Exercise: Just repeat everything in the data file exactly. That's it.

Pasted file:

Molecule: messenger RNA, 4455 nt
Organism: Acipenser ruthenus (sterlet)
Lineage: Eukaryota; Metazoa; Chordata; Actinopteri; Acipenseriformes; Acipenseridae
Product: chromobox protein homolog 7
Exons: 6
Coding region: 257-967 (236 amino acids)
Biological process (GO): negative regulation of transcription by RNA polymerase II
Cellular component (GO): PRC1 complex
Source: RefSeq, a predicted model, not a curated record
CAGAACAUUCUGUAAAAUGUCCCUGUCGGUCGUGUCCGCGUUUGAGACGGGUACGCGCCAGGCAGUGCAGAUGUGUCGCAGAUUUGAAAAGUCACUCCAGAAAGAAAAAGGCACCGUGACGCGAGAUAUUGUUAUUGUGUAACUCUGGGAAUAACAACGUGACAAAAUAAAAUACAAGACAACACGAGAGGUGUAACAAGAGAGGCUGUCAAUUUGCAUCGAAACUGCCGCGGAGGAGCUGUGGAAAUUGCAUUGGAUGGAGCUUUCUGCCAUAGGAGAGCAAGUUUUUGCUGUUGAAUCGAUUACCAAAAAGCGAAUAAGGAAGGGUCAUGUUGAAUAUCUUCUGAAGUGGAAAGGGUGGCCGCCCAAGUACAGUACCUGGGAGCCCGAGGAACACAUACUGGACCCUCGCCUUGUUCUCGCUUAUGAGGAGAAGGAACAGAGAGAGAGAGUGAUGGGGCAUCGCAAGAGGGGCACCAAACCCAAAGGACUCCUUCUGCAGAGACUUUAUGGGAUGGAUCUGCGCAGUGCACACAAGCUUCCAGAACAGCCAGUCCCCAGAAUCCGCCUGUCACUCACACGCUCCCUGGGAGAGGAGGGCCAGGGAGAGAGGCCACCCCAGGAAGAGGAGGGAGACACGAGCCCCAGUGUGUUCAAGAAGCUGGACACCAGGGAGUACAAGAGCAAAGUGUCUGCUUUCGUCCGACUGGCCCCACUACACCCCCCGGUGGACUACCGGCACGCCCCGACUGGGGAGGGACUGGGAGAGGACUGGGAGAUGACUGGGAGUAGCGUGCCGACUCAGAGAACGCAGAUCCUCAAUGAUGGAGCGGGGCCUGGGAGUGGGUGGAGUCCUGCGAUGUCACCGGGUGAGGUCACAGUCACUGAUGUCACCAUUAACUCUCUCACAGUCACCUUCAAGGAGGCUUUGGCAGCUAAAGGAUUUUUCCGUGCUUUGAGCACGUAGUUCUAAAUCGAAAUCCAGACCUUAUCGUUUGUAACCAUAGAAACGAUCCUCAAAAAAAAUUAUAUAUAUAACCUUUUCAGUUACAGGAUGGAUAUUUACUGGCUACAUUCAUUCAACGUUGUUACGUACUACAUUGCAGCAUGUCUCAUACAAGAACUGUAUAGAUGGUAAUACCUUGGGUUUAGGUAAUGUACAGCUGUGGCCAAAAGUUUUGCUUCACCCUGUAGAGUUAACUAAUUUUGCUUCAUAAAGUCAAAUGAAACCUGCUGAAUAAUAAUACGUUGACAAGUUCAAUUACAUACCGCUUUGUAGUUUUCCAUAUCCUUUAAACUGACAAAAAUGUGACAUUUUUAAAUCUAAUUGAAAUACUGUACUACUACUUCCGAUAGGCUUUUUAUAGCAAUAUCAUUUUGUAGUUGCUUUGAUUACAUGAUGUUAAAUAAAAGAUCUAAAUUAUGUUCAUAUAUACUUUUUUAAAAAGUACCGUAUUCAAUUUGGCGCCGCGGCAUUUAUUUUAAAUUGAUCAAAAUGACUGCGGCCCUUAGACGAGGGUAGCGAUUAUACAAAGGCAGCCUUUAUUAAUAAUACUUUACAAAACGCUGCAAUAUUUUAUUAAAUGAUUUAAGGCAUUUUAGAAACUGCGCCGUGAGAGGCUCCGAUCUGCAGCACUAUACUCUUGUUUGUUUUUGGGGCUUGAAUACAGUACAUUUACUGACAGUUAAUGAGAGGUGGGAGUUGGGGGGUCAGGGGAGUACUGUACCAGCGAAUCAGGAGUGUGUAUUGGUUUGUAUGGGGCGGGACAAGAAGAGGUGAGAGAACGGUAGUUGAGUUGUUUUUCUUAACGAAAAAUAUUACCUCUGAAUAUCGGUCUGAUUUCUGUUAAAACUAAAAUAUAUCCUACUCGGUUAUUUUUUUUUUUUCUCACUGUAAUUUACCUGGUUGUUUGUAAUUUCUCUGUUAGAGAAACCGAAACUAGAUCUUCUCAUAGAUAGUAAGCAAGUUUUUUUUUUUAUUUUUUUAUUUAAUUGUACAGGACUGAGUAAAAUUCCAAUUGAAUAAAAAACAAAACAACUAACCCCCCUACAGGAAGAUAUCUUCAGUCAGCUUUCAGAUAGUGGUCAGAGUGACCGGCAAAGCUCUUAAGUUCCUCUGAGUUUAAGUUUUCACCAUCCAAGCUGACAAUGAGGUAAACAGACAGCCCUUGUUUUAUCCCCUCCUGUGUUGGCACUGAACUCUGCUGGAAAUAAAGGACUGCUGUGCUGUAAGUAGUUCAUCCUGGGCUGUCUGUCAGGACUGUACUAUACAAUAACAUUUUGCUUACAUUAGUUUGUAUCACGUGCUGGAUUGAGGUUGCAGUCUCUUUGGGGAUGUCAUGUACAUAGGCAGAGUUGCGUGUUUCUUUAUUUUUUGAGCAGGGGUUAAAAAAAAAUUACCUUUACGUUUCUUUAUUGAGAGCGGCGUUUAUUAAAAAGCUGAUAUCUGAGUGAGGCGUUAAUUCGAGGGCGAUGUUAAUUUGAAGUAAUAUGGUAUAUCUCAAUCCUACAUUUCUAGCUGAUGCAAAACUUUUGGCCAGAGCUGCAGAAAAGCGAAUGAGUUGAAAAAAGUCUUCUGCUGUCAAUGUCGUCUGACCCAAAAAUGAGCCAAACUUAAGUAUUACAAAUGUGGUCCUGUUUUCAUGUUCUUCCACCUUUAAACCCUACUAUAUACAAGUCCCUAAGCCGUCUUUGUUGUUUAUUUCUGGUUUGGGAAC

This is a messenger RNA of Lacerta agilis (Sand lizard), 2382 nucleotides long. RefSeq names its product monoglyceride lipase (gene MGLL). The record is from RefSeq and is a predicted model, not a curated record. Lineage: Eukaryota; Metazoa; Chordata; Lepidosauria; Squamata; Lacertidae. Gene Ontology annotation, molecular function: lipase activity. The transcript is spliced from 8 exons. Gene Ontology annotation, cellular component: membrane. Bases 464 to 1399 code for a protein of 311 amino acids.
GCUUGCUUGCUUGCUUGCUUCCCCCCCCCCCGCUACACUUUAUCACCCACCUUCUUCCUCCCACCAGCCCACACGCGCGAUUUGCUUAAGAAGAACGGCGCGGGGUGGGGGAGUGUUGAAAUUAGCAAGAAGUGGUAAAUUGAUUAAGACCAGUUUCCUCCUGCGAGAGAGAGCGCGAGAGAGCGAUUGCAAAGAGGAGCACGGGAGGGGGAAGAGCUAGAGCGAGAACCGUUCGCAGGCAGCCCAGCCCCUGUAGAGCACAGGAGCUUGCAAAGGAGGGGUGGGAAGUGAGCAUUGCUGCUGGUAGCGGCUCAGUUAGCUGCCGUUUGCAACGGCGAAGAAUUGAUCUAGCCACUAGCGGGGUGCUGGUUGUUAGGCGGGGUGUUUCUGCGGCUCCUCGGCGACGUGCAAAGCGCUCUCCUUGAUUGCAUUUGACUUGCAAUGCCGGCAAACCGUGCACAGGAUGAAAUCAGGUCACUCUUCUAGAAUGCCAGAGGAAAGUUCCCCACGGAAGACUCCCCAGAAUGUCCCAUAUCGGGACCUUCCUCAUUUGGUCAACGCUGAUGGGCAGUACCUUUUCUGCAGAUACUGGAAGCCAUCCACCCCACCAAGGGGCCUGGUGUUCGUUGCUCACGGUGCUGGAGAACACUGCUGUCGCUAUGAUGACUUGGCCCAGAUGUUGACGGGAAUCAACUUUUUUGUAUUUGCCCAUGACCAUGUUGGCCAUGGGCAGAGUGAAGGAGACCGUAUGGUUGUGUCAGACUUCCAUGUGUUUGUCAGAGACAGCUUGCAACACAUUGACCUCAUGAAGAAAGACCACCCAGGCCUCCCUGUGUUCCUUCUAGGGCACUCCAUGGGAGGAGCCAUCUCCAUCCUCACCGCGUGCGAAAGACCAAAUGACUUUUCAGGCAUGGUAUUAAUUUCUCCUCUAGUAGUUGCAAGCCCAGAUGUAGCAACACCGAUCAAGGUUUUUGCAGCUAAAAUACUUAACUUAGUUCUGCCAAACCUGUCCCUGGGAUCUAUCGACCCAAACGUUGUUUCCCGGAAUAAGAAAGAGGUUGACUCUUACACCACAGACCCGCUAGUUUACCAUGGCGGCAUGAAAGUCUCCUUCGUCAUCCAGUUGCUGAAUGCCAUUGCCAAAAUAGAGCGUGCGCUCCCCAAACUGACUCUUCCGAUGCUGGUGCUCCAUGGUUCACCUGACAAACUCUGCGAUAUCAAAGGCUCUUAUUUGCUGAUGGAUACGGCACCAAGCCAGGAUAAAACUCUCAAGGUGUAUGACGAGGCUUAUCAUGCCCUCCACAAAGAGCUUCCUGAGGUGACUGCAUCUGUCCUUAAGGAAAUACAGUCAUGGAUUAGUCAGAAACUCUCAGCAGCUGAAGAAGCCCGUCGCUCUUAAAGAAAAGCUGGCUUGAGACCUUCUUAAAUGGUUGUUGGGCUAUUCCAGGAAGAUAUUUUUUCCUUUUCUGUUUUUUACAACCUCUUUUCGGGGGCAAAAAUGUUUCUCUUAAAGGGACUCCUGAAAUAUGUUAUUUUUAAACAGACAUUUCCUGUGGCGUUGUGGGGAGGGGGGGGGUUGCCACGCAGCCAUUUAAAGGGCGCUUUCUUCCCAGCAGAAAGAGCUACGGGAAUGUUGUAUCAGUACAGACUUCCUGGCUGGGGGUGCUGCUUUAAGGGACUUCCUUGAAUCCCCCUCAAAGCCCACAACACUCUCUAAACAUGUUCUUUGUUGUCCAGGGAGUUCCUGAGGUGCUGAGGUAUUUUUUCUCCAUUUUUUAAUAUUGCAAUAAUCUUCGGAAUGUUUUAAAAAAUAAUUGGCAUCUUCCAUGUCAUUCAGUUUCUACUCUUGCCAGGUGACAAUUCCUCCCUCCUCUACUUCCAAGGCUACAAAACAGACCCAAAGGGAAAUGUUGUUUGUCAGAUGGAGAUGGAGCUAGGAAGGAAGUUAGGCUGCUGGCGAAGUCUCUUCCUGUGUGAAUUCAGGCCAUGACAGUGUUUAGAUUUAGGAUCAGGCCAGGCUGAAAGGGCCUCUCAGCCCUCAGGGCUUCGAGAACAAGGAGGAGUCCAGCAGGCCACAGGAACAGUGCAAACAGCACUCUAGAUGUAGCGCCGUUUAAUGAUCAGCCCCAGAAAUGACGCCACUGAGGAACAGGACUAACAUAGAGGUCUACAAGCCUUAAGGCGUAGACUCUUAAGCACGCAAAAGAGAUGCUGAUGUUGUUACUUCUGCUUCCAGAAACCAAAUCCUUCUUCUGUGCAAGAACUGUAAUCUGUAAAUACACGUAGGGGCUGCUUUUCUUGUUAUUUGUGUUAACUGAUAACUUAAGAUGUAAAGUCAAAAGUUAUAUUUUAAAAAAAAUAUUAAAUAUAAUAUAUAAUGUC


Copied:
Molecule: messenger RNA, 4455 nt
Organism: Acipenser ruthenus (sterlet)
Lineage: Eukaryota; Metazoa; Chordata; Actinopteri; Acipenseriformes; Acipenseridae
Product: chromobox protein homolog 7
Exons: 6
Coding region: 257-967 (236 amino acids)
Biological process (GO): negative regulation of transcription by RNA polymerase II
Cellular component (GO): PRC1 complex
Source: RefSeq, a predicted model, not a curated record
CAGAACAUUCUGUAAAAUGUCCCUGUCGGUCGUGUCCGCGUUUGAGACGGGUACGCGCCAGGCAGUGCAGAUGUGUCGCAGAUUUGAAAAGUCACUCCAGAAAGAAAAAGGCACCGUGACGCGAGAUAUUGUUAUUGUGUAACUCUGGGAAUAACAACGUGACAAAAUAAAAUACAAGACAACACGAGAGGUGUAACAAGAGAGGCUGUCAAUUUGCAUCGAAACUGCCGCGGAGGAGCUGUGGAAAUUGCAUUGGAUGGAGCUUUCUGCCAUAGGAGAGCAAGUUUUUGCUGUUGAAUCGAUUACCAAAAAGCGAAUAAGGAAGGGUCAUGUUGAAUAUCUUCUGAAGUGGAAAGGGUGGCCGCCCAAGUACAGUACCUGGGAGCCCGAGGAACACAUACUGGACCCUCGCCUUGUUCUCGCUUAUGAGGAGAAGGAACAGAGAGAGAGAGUGAUGGGGCAUCGCAAGAGGGGCACCAAACCCAAAGGACUCCUUCUGCAGAGACUUUAUGGGAUGGAUCUGCGCAGUGCACACAAGCUUCCAGAACAGCCAGUCCCCAGAAUCCGCCUGUCACUCACACGCUCCCUGGGAGAGGAGGGCCAGGGAGAGAGGCCACCCCAGGAAGAGGAGGGAGACACGAGCCCCAGUGUGUUCAAGAAGCUGGACACCAGGGAGUACAAGAGCAAAGUGUCUGCUUUCGUCCGACUGGCCCCACUACACCCCCCGGUGGACUACCGGCACGCCCCGACUGGGGAGGGACUGGGAGAGGACUGGGAGAUGACUGGGAGUAGCGUGCCGACUCAGAGAACGCAGAUCCUCAAUGAUGGAGCGGGGCCUGGGAGUGGGUGGAGUCCUGCGAUGUCACCGGGUGAGGUCACAGUCACUGAUGUCACCAUUAACUCUCUCACAGUCACCUUCAAGGAGGCUUUGGCAGCUAAAGGAUUUUUCCGUGCUUUGAGCACGUAGUUCUAAAUCGAAAUCCAGACCUUAUCGUUUGUAACCAUAGAAACGAUCCUCAAAAAAAAUUAUAUAUAUAACCUUUUCAGUUACAGGAUGGAUAUUUACUGGCUACAUUCAUUCAACGUUGUUACGUACUACAUUGCAGCAUGUCUCAUACAAGAACUGUAUAGAUGGUAAUACCUUGGGUUUAGGUAAUGUACAGCUGUGGCCAAAAGUUUUGCUUCACCCUGUAGAGUUAACUAAUUUUGCUUCAUAAAGUCAAAUGAAACCUGCUGAAUAAUAAUACGUUGACAAGUUCAAUUACAUACCGCUUUGUAGUUUUCCAUAUCCUUUAAACUGACAAAAAUGUGACAUUUUUAAAUCUAAUUGAAAUACUGUACUACUACUUCCGAUAGGCUUUUUAUAGCAAUAUCAUUUUGUAGUUGCUUUGAUUACAUGAUGUUAAAUAAAAGAUCUAAAUUAUGUUCAUAUAUACUUUUUUAAAAAGUACCGUAUUCAAUUUGGCGCCGCGGCAUUUAUUUUAAAUUGAUCAAAAUGACUGCGGCCCUUAGACGAGGGUAGCGAUUAUACAAAGGCAGCCUUUAUUAAUAAUACUUUACAAAACGCUGCAAUAUUUUAUUAAAUGAUUUAAGGCAUUUUAGAAACUGCGCCGUGAGAGGCUCCGAUCUGCAGCACUAUACUCUUGUUUGUUUUUGGGGCUUGAAUACAGUACAUUUACUGACAGUUAAUGAGAGGUGGGAGUUGGGGGGUCAGGGGAGUACUGUACCAGCGAAUCAGGAGUGUGUAUUGGUUUGUAUGGGGCGGGACAAGAAGAGGUGAGAGAACGGUAGUUGAGUUGUUUUUCUUAACGAAAAAUAUUACCUCUGAAUAUCGGUCUGAUUUCUGUUAAAACUAAAAUAUAUCCUACUCGGUUAUUUUUUUUUUUUCUCACUGUAAUUUACCUGGUUGUUUGUAAUUUCUCUGUUAGAGAAACCGAAACUAGAUCUUCUCAUAGAUAGUAAGCAAGUUUUUUUUUUUAUUUUUUUAUUUAAUUGUACAGGACUGAGUAAAAUUCCAAUUGAAUAAAAAACAAAACAACUAACCCCCCUACAGGAAGAUAUCUUCAGUCAGCUUUCAGAUAGUGGUCAGAGUGACCGGCAAAGCUCUUAAGUUCCUCUGAGUUUAAGUUUUCACCAUCCAAGCUGACAAUGAGGUAAACAGACAGCCCUUGUUUUAUCCCCUCCUGUGUUGGCACUGAACUCUGCUGGAAAUAAAGGACUGCUGUGCUGUAAGUAGUUCAUCCUGGGCUGUCUGUCAGGACUGUACUAUACAAUAACAUUUUGCUUACAUUAGUUUGUAUCACGUGCUGGAUUGAGGUUGCAGUCUCUUUGGGGAUGUCAUGUACAUAGGCAGAGUUGCGUGUUUCUUUAUUUUUUGAGCAGGGGUUAAAAAAAAAUUACCUUUACGUUUCUUUAUUGAGAGCGGCGUUUAUUAAAAAGCUGAUAUCUGAGUGAGGCGUUAAUUCGAGGGCGAUGUUAAUUUGAAGUAAUAUGGUAUAUCUCAAUCCUACAUUUCUAGCUGAUGCAAAACUUUUGGCCAGAGCUGCAGAAAAGCGAAUGAGUUGAAAAAAGUCUUCUGCUGUCAAUGUCGUCUGACCCAAAAAUGAGCCAAACUUAAGUAUUACAAAUGUGGUCCUGUUUUCAUGUUCUUCCACCUUUAAACCCUACUAUAUACAAGUCCCUAAGCCGUCUUUGUUGUUUAUUUCUGGUUUGGGAAC

This is a messenger RNA of Lacerta agilis (Sand lizard), 2382 nucleotides long. RefSeq names its product monoglyceride lipase (gene MGLL). The record is from RefSeq and is a predicted model, not a curated record. Lineage: Eukaryota; Metazoa; Chordata; Lepidosauria; Squamata; Lacertidae. Gene Ontology annotation, molecular function: lipase activity. The transcript is spliced from 8 exons. Gene Ontology annotation, cellular component: membrane. Bases 464 to 1399 code for a protein of 311 amino acids.
GCUUGCUUGCUUGCUUGCUUCCCCCCCCCCCGCUACACUUUAUCACCCACCUUCUUCCUCCCACCAGCCCACACGCGCGAUUUGCUUAAGAAGAACGGCGCGGGGUGGGGGAGUGUUGAAAUUAGCAAGAAGUGGUAAAUUGAUUAAGACCAGUUUCCUCCUGCGAGAGAGAGCGCGAGAGAGCGAUUGCAAAGAGGAGCACGGGAGGGGGAAGAGCUAGAGCGAGAACCGUUCGCAGGCAGCCCAGCCCCUGUAGAGCACAGGAGCUUGCAAAGGAGGGGUGGGAAGUGAGCAUUGCUGCUGGUAGCGGCUCAGUUAGCUGCCGUUUGCAACGGCGAAGAAUUGAUCUAGCCACUAGCGGGGUGCUGGUUGUUAGGCGGGGUGUUUCUGCGGCUCCUCGGCGACGUGCAAAGCGCUCUCCUUGAUUGCAUUUGACUUGCAAUGCCGGCAAACCGUGCACAGGAUGAAAUCAGGUCACUCUUCUAGAAUGCCAGAGGAAAGUUCCCCACGGAAGACUCCCCAGAAUGUCCCAUAUCGGGACCUUCCUCAUUUGGUCAACGCUGAUGGGCAGUACCUUUUCUGCAGAUACUGGAAGCCAUCCACCCCACCAAGGGGCCUGGUGUUCGUUGCUCACGGUGCUGGAGAACACUGCUGUCGCUAUGAUGACUUGGCCCAGAUGUUGACGGGAAUCAACUUUUUUGUAUUUGCCCAUGACCAUGUUGGCCAUGGGCAGAGUGAAGGAGACCGUAUGGUUGUGUCAGACUUCCAUGUGUUUGUCAGAGACAGCUUGCAACACAUUGACCUCAUGAAGAAAGACCACCCAGGCCUCCCUGUGUUCCUUCUAGGGCACUCCAUGGGAGGAGCCAUCUCCAUCCUCACCGCGUGCGAAAGACCAAAUGACUUUUCAGGCAUGGUAUUAAUUUCUCCUCUAGUAGUUGCAAGCCCAGAUGUAGCAACACCGAUCAAGGUUUUUGCAGCUAAAAUACUUAACUUAGUUCUGCCAAACCUGUCCCUGGGAUCUAUCGACCCAAACGUUGUUUCCCGGAAUAAGAAAGAGGUUGACUCUUACACCACAGACCCGCUAGUUUACCAUGGCGGCAUGAAAGUCUCCUUCGUCAUCCAGUUGCUGAAUGCCAUUGCCAAAAUAGAGCGUGCGCUCCCCAAACUGACUCUUCCGAUGCUGGUGCUCCAUGGUUCACCUGACAAACUCUGCGAUAUCAAAGGCUCUUAUUUGCUGAUGGAUACGGCACCAAGCCAGGAUAAAACUCUCAAGGUGUAUGACGAGGCUUAUCAUGCCCUCCACAAAGAGCUUCCUGAGGUGACUGCAUCUGUCCUUAAGGAAAUACAGUCAUGGAUUAGUCAGAAACUCUCAGCAGCUGAAGAAGCCCGUCGCUCUUAAAGAAAAGCUGGCUUGAGACCUUCUUAAAUGGUUGUUGGGCUAUUCCAGGAAGAUAUUUUUUCCUUUUCUGUUUUUUACAACCUCUUUUCGGGGGCAAAAAUGUUUCUCUUAAAGGGACUCCUGAAAUAUGUUAUUUUUAAACAGACAUUUCCUGUGGCGUUGUGGGGAGGGGGGGGGUUGCCACGCAGCCAUUUAAAGGGCGCUUUCUUCCCAGCAGAAAGAGCUACGGGAAUGUUGUAUCAGUACAGACUUCCUGGCUGGGGGUGCUGCUUUAAGGGACUUCCUUGAAUCCCCCUCAAAGCCCACAACACUCUCUAAACAUGUUCUUUGUUGUCCAGGGAGUUCCUGAGGUGCUGAGGUAUUUUUUCUCCAUUUUUUAAUAUUGCAAUAAUCUUCGGAAUGUUUUAAAAAAUAAUUGGCAUCUUCCAUGUCAUUCAGUUUCUACUCUUGCCAGGUGACAAUUCCUCCCUCCUCUACUUCCAAGGCUACAAAACAGACCCAAAGGGAAAUGUUGUUUGUCAGAUGGAGAUGGAGCUAGGAAGGAAGUUAGGCUGCUGGCGAAGUCUCUUCCUGUGUGAAUUCAGGCCAUGACAGUGUUUAGAUUUAGGAUCAGGCCAGGCUGAAAGGGCCUCUCAGCCCUCAGGGCUUCGAGAACAAGGAGGAGUCCAGCAGGCCACAGGAACAGUGCAAACAGCACUCUAGAUGUAGCGCCGUUUAAUGAUCAGCCCCAGAAAUGACGCCACUGAGGAACAGGACUAACAUAGAGGUCUACAAGCCUUAAGGCGUAGACUCUUAAGCACGCAAAAGAGAUGCUGAUGUUGUUACUUCUGCUUCCAGAAACCAAAUCCUUCUUCUGUGCAAGAACUGUAAUCUGUAAAUACACGUAGGGGCUGCUUUUCUUGUUAUUUGUGUUAACUGAUAACUUAAGAUGUAAAGUCAAAAGUUAUAUUUUAAAAAAAAUAUUAAAUAUAAUAUAUAAUGUC